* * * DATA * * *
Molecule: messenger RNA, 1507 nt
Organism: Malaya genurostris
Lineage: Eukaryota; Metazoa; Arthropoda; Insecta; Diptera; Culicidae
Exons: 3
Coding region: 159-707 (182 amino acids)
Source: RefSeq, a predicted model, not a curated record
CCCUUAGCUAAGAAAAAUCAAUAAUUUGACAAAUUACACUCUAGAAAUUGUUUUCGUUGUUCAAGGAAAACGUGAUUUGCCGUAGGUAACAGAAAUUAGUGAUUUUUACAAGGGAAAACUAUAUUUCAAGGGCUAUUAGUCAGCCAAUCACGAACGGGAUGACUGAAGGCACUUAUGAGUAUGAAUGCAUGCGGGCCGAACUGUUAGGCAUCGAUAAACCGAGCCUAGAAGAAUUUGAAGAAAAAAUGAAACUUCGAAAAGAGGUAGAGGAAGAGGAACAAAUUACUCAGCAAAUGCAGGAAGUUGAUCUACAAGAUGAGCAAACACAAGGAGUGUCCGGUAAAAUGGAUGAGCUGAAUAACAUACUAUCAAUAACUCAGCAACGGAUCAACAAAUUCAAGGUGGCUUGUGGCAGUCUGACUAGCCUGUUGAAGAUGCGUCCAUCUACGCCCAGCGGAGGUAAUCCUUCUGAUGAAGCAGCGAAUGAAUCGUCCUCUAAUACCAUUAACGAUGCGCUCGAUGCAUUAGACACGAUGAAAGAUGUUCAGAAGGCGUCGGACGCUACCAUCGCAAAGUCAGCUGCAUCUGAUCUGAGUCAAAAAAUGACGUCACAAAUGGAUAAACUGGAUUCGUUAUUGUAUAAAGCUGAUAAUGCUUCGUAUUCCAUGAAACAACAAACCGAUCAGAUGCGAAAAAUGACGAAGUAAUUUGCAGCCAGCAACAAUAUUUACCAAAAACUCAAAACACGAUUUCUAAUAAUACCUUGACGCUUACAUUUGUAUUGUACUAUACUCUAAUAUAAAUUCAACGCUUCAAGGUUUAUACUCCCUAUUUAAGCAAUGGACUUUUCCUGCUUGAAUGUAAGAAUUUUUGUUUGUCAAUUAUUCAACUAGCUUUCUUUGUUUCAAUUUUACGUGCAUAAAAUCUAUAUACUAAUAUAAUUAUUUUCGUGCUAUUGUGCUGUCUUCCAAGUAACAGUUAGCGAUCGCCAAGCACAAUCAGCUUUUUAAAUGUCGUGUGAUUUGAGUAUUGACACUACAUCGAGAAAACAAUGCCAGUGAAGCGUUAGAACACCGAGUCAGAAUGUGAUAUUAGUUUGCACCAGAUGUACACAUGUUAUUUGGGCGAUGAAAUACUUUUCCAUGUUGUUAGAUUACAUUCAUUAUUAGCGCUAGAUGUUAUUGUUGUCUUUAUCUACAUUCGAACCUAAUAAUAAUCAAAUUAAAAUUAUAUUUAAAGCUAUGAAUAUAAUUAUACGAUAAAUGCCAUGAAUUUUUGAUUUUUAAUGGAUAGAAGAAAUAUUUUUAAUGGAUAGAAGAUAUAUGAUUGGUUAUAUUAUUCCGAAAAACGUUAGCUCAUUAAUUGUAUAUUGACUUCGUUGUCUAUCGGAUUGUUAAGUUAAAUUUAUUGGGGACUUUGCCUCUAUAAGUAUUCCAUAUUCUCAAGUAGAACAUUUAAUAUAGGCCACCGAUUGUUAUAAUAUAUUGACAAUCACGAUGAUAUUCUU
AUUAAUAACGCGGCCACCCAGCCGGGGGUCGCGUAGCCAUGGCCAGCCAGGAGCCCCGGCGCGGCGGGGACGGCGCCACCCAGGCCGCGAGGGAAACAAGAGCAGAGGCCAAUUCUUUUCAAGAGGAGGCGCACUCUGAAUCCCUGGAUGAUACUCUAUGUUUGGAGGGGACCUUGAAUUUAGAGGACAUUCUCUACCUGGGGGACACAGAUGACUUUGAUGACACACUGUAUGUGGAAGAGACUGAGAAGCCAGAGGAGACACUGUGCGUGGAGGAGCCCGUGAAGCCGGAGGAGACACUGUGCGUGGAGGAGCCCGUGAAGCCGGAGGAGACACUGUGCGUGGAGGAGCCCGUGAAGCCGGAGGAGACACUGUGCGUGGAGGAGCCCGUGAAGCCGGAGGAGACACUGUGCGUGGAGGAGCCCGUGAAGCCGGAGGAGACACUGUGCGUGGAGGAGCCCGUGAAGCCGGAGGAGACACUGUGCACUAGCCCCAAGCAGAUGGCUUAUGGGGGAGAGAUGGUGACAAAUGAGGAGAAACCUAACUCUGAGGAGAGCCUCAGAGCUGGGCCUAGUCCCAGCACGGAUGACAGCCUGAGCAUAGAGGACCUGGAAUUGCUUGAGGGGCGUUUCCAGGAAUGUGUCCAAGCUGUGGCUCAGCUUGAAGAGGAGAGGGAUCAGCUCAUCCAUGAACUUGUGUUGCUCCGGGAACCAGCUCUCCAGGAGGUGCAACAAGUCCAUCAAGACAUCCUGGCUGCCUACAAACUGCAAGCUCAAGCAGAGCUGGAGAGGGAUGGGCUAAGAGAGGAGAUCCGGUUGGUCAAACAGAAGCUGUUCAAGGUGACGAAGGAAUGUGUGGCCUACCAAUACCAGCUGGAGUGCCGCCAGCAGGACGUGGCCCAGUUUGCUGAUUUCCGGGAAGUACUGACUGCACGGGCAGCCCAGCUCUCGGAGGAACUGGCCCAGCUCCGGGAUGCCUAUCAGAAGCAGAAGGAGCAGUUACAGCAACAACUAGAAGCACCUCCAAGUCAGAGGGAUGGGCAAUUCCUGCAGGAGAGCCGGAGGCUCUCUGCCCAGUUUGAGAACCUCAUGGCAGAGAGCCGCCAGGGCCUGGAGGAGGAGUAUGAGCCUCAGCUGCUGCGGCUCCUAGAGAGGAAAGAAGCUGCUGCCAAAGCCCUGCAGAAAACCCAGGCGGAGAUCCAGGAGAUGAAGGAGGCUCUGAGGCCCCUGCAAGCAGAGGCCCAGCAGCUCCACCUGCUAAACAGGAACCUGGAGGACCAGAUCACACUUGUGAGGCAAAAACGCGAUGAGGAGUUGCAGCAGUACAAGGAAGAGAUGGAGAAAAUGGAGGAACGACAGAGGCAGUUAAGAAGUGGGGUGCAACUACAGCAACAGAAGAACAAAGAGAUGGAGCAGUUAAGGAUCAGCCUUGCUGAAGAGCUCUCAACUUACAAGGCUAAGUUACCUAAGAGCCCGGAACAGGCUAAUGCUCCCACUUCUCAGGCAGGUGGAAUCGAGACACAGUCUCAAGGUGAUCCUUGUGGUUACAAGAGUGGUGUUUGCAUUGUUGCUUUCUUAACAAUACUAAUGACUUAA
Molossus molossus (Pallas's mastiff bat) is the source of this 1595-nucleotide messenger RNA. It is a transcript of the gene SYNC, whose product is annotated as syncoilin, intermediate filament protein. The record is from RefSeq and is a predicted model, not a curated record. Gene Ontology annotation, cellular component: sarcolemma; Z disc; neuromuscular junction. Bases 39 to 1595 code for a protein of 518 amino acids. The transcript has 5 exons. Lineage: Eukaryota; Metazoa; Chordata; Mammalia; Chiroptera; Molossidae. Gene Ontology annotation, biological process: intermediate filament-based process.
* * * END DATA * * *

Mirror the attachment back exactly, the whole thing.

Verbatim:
Molecule: messenger RNA, 1507 nt
Organism: Malaya genurostris
Lineage: Eukaryota; Metazoa; Arthropoda; Insecta; Diptera; Culicidae
Exons: 3
Coding region: 159-707 (182 amino acids)
Source: RefSeq, a predicted model, not a curated record
CCCUUAGCUAAGAAAAAUCAAUAAUUUGACAAAUUACACUCUAGAAAUUGUUUUCGUUGUUCAAGGAAAACGUGAUUUGCCGUAGGUAACAGAAAUUAGUGAUUUUUACAAGGGAAAACUAUAUUUCAAGGGCUAUUAGUCAGCCAAUCACGAACGGGAUGACUGAAGGCACUUAUGAGUAUGAAUGCAUGCGGGCCGAACUGUUAGGCAUCGAUAAACCGAGCCUAGAAGAAUUUGAAGAAAAAAUGAAACUUCGAAAAGAGGUAGAGGAAGAGGAACAAAUUACUCAGCAAAUGCAGGAAGUUGAUCUACAAGAUGAGCAAACACAAGGAGUGUCCGGUAAAAUGGAUGAGCUGAAUAACAUACUAUCAAUAACUCAGCAACGGAUCAACAAAUUCAAGGUGGCUUGUGGCAGUCUGACUAGCCUGUUGAAGAUGCGUCCAUCUACGCCCAGCGGAGGUAAUCCUUCUGAUGAAGCAGCGAAUGAAUCGUCCUCUAAUACCAUUAACGAUGCGCUCGAUGCAUUAGACACGAUGAAAGAUGUUCAGAAGGCGUCGGACGCUACCAUCGCAAAGUCAGCUGCAUCUGAUCUGAGUCAAAAAAUGACGUCACAAAUGGAUAAACUGGAUUCGUUAUUGUAUAAAGCUGAUAAUGCUUCGUAUUCCAUGAAACAACAAACCGAUCAGAUGCGAAAAAUGACGAAGUAAUUUGCAGCCAGCAACAAUAUUUACCAAAAACUCAAAACACGAUUUCUAAUAAUACCUUGACGCUUACAUUUGUAUUGUACUAUACUCUAAUAUAAAUUCAACGCUUCAAGGUUUAUACUCCCUAUUUAAGCAAUGGACUUUUCCUGCUUGAAUGUAAGAAUUUUUGUUUGUCAAUUAUUCAACUAGCUUUCUUUGUUUCAAUUUUACGUGCAUAAAAUCUAUAUACUAAUAUAAUUAUUUUCGUGCUAUUGUGCUGUCUUCCAAGUAACAGUUAGCGAUCGCCAAGCACAAUCAGCUUUUUAAAUGUCGUGUGAUUUGAGUAUUGACACUACAUCGAGAAAACAAUGCCAGUGAAGCGUUAGAACACCGAGUCAGAAUGUGAUAUUAGUUUGCACCAGAUGUACACAUGUUAUUUGGGCGAUGAAAUACUUUUCCAUGUUGUUAGAUUACAUUCAUUAUUAGCGCUAGAUGUUAUUGUUGUCUUUAUCUACAUUCGAACCUAAUAAUAAUCAAAUUAAAAUUAUAUUUAAAGCUAUGAAUAUAAUUAUACGAUAAAUGCCAUGAAUUUUUGAUUUUUAAUGGAUAGAAGAAAUAUUUUUAAUGGAUAGAAGAUAUAUGAUUGGUUAUAUUAUUCCGAAAAACGUUAGCUCAUUAAUUGUAUAUUGACUUCGUUGUCUAUCGGAUUGUUAAGUUAAAUUUAUUGGGGACUUUGCCUCUAUAAGUAUUCCAUAUUCUCAAGUAGAACAUUUAAUAUAGGCCACCGAUUGUUAUAAUAUAUUGACAAUCACGAUGAUAUUCUU
AUUAAUAACGCGGCCACCCAGCCGGGGGUCGCGUAGCCAUGGCCAGCCAGGAGCCCCGGCGCGGCGGGGACGGCGCCACCCAGGCCGCGAGGGAAACAAGAGCAGAGGCCAAUUCUUUUCAAGAGGAGGCGCACUCUGAAUCCCUGGAUGAUACUCUAUGUUUGGAGGGGACCUUGAAUUUAGAGGACAUUCUCUACCUGGGGGACACAGAUGACUUUGAUGACACACUGUAUGUGGAAGAGACUGAGAAGCCAGAGGAGACACUGUGCGUGGAGGAGCCCGUGAAGCCGGAGGAGACACUGUGCGUGGAGGAGCCCGUGAAGCCGGAGGAGACACUGUGCGUGGAGGAGCCCGUGAAGCCGGAGGAGACACUGUGCGUGGAGGAGCCCGUGAAGCCGGAGGAGACACUGUGCGUGGAGGAGCCCGUGAAGCCGGAGGAGACACUGUGCGUGGAGGAGCCCGUGAAGCCGGAGGAGACACUGUGCACUAGCCCCAAGCAGAUGGCUUAUGGGGGAGAGAUGGUGACAAAUGAGGAGAAACCUAACUCUGAGGAGAGCCUCAGAGCUGGGCCUAGUCCCAGCACGGAUGACAGCCUGAGCAUAGAGGACCUGGAAUUGCUUGAGGGGCGUUUCCAGGAAUGUGUCCAAGCUGUGGCUCAGCUUGAAGAGGAGAGGGAUCAGCUCAUCCAUGAACUUGUGUUGCUCCGGGAACCAGCUCUCCAGGAGGUGCAACAAGUCCAUCAAGACAUCCUGGCUGCCUACAAACUGCAAGCUCAAGCAGAGCUGGAGAGGGAUGGGCUAAGAGAGGAGAUCCGGUUGGUCAAACAGAAGCUGUUCAAGGUGACGAAGGAAUGUGUGGCCUACCAAUACCAGCUGGAGUGCCGCCAGCAGGACGUGGCCCAGUUUGCUGAUUUCCGGGAAGUACUGACUGCACGGGCAGCCCAGCUCUCGGAGGAACUGGCCCAGCUCCGGGAUGCCUAUCAGAAGCAGAAGGAGCAGUUACAGCAACAACUAGAAGCACCUCCAAGUCAGAGGGAUGGGCAAUUCCUGCAGGAGAGCCGGAGGCUCUCUGCCCAGUUUGAGAACCUCAUGGCAGAGAGCCGCCAGGGCCUGGAGGAGGAGUAUGAGCCUCAGCUGCUGCGGCUCCUAGAGAGGAAAGAAGCUGCUGCCAAAGCCCUGCAGAAAACCCAGGCGGAGAUCCAGGAGAUGAAGGAGGCUCUGAGGCCCCUGCAAGCAGAGGCCCAGCAGCUCCACCUGCUAAACAGGAACCUGGAGGACCAGAUCACACUUGUGAGGCAAAAACGCGAUGAGGAGUUGCAGCAGUACAAGGAAGAGAUGGAGAAAAUGGAGGAACGACAGAGGCAGUUAAGAAGUGGGGUGCAACUACAGCAACAGAAGAACAAAGAGAUGGAGCAGUUAAGGAUCAGCCUUGCUGAAGAGCUCUCAACUUACAAGGCUAAGUUACCUAAGAGCCCGGAACAGGCUAAUGCUCCCACUUCUCAGGCAGGUGGAAUCGAGACACAGUCUCAAGGUGAUCCUUGUGGUUACAAGAGUGGUGUUUGCAUUGUUGCUUUCUUAACAAUACUAAUGACUUAA
Molossus molossus (Pallas's mastiff bat) is the source of this 1595-nucleotide messenger RNA. It is a transcript of the gene SYNC, whose product is annotated as syncoilin, intermediate filament protein. The record is from RefSeq and is a predicted model, not a curated record. Gene Ontology annotation, cellular component: sarcolemma; Z disc; neuromuscular junction. Bases 39 to 1595 code for a protein of 518 amino acids. The transcript has 5 exons. Lineage: Eukaryota; Metazoa; Chordata; Mammalia; Chiroptera; Molossidae. Gene Ontology annotation, biological process: intermediate filament-based process.